Friday, February 10, 2012

Deadwood by Pete Dexter

Deadwood This is one crazy dirty book, but then that was what life was like in Deadwood, Dakota Territories, 1876. I picked this book up at the Adams Museum in Deadwood South Dakota, one of the nicest small town museum I have ever been to. The people of Deadwood are proud of their history, and the museum clerk recommended this book as a great view of post civil war life in Deadwood.

This book is divided into five parts, rather than chapters. We meet characters such as Wild Bill Hickok, the famous sharp shooter, Calamity Jane, the well meaning dirty mouthed slutty drunk, Charley Utter, the business man and side kick of Bill, Al Swearingen, the nasty perverted whore-man and saloon owner and many more interesting characters. What makes this book interesting to me is that it actually is historical fiction. Bill was really killed by Jack McCall, and Deadwood really was one dangerous, muddy, wild gold prospecting town that paid real money for severed Indian heads.

If you say that because you saw the cable series Deadwood (it was great) you know the story hence you don't want to read the book, please reconsider. The series was focused on the process of Deadwood becoming an organized city and had different story lines. On the other hand, if you want to meet the whore Lurline Monti Verdi and find out what is up with Charley Utter's "peeter", than this is the book for you.

All seriousness aside (ha!), this isn't the kind of book that would go over in my nice ladies book club. Matter of fact, I tried to share it with a male friend who likes to read Westerns with all the saloon girl antics and gun fights, and he didn't make it past the first few pages. On the other hand, I found it down to earth, funny and just crazy enough to read in my current demented state of mind. You are put into the situations with no pretense of literature. It was surprisingly well written.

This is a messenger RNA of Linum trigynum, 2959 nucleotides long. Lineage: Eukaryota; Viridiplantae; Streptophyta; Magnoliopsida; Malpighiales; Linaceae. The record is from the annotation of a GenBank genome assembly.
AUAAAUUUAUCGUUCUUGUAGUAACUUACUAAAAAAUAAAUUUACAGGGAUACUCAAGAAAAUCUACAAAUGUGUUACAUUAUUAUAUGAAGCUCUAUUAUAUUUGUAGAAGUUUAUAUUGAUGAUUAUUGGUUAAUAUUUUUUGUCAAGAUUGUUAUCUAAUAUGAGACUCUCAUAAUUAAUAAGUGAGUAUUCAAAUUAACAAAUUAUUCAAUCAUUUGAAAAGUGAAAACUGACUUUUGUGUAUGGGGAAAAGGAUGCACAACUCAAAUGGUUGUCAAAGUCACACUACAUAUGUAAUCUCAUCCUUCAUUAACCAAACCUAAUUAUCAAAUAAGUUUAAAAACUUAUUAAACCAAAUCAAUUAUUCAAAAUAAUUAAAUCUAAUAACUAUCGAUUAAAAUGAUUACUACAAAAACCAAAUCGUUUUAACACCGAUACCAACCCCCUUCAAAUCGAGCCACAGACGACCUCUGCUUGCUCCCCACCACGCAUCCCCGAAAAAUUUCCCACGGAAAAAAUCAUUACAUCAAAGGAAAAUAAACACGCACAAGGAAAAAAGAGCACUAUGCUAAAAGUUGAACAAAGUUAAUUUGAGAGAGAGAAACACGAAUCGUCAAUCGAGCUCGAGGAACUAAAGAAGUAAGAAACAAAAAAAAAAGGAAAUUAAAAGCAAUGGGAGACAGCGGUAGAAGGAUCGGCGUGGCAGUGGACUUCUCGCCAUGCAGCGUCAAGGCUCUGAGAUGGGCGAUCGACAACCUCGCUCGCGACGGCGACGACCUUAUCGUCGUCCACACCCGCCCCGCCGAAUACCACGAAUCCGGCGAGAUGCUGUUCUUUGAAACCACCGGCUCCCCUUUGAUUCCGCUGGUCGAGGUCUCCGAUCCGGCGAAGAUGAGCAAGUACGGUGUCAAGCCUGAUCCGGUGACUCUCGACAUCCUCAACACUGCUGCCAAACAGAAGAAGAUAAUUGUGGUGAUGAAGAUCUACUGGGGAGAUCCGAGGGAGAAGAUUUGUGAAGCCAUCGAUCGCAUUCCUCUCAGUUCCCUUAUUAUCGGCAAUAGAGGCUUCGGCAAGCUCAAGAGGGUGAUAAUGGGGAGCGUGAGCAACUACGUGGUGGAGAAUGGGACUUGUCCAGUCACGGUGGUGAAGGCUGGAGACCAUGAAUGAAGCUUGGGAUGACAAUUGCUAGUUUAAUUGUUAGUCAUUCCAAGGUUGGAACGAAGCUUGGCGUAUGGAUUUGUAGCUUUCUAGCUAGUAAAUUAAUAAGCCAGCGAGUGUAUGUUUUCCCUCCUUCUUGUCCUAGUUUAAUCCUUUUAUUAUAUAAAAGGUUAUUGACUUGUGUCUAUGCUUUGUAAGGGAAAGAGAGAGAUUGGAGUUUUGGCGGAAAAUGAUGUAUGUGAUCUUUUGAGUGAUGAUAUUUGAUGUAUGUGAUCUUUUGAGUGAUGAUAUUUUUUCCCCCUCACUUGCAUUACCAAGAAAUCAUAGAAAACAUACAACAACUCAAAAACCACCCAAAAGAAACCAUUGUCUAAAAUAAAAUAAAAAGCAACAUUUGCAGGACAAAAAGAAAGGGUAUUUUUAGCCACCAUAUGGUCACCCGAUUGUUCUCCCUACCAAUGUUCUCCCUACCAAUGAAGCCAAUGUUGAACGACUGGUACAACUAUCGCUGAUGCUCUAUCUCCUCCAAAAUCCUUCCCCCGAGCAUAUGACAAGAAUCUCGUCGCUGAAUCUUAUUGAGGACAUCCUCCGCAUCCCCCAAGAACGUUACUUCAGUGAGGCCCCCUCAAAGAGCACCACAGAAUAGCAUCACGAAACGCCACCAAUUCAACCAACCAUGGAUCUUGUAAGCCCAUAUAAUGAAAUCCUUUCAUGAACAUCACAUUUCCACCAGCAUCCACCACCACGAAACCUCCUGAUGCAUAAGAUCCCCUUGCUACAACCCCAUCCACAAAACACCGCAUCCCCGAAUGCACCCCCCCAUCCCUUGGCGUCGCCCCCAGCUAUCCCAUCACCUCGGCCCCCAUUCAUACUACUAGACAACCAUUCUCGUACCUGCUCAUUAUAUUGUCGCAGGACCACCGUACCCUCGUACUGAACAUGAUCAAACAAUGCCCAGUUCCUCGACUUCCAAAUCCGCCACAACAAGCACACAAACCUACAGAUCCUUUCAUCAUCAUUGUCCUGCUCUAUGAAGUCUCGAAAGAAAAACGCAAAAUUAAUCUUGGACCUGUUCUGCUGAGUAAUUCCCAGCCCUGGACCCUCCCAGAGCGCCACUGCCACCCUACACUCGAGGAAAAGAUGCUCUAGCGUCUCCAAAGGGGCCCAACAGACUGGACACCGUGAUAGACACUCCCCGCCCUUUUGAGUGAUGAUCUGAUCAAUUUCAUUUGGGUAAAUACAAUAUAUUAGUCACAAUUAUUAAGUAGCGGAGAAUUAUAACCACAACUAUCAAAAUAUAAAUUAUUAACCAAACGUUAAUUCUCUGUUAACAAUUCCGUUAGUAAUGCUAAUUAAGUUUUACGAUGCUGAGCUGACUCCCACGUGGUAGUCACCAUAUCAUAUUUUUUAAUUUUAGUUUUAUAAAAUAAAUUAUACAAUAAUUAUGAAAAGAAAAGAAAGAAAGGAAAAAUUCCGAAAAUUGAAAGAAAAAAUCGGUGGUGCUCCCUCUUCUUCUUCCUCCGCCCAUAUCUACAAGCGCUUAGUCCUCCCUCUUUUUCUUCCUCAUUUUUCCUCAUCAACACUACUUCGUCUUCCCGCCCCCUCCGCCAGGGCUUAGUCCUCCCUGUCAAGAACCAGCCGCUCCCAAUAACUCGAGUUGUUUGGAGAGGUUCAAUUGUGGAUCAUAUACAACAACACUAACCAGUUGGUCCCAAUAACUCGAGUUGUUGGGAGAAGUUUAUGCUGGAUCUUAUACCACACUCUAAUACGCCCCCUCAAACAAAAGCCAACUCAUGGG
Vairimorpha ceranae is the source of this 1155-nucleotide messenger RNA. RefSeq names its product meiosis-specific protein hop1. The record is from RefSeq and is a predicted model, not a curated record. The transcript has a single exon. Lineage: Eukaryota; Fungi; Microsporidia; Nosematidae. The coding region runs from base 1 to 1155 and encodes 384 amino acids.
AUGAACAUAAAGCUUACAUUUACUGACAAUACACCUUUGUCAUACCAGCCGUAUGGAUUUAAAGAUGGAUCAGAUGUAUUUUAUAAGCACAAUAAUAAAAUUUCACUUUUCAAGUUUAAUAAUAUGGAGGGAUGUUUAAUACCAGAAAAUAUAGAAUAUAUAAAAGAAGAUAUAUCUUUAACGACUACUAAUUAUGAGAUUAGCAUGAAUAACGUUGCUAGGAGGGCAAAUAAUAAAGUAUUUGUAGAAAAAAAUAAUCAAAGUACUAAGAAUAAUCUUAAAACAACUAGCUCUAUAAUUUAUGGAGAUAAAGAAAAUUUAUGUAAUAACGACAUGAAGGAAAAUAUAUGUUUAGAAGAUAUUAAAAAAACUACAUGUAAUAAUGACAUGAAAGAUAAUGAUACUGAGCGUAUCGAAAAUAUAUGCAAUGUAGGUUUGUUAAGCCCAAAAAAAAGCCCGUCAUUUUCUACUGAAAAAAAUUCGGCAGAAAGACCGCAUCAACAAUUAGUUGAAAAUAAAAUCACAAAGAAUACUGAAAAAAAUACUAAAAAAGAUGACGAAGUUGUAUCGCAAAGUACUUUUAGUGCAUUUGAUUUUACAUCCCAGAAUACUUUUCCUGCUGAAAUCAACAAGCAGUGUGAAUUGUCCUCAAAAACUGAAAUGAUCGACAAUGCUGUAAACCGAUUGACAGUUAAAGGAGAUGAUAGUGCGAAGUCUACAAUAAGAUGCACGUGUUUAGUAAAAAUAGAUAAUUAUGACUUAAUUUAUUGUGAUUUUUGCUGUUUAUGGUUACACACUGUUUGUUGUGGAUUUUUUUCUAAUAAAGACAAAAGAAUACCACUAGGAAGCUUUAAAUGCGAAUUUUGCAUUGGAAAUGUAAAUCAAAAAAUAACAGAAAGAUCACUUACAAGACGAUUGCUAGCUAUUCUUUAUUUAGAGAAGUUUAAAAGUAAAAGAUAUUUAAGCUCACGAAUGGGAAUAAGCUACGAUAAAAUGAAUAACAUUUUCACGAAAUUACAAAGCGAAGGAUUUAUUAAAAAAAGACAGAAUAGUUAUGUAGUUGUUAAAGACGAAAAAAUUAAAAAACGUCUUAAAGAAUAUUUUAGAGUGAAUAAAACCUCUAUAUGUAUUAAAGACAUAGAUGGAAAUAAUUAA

And, now for a tasteless taste of Deadwood (the book), and may I say I'm having a heck of a time trying to find something that is not offensive to copy from this text.  You can't make people in the past politically correct, because it is the past? Right?

For context, Nuttall and Mann's Number 10 is a salon, and Bill has taken a liking to Pink Buford's bulldog. Matter of fact the two love each other.

"Charley found Bill back at Nuttall and Mann's Number 10, shooting glasses off the head of Pink Buford's bulldog. The bulldog was fearless. As soon as Bill set a shot glass between the animal's ears, the dog would put his tongue in his mouth so his head wouldn't jiggle, and set dead still while Bill drew one pistol or the other and shot it off. Bill was careful at first, aiming, but the dog proved steady, and by the time Charley came in looking for him, Bill was lining up a left-handed, over-the-shoulder shot in the mirror"

That image makes me smile!  But, be warned, the book is tragic.  Alas, lawlessness brings out the worst in many people.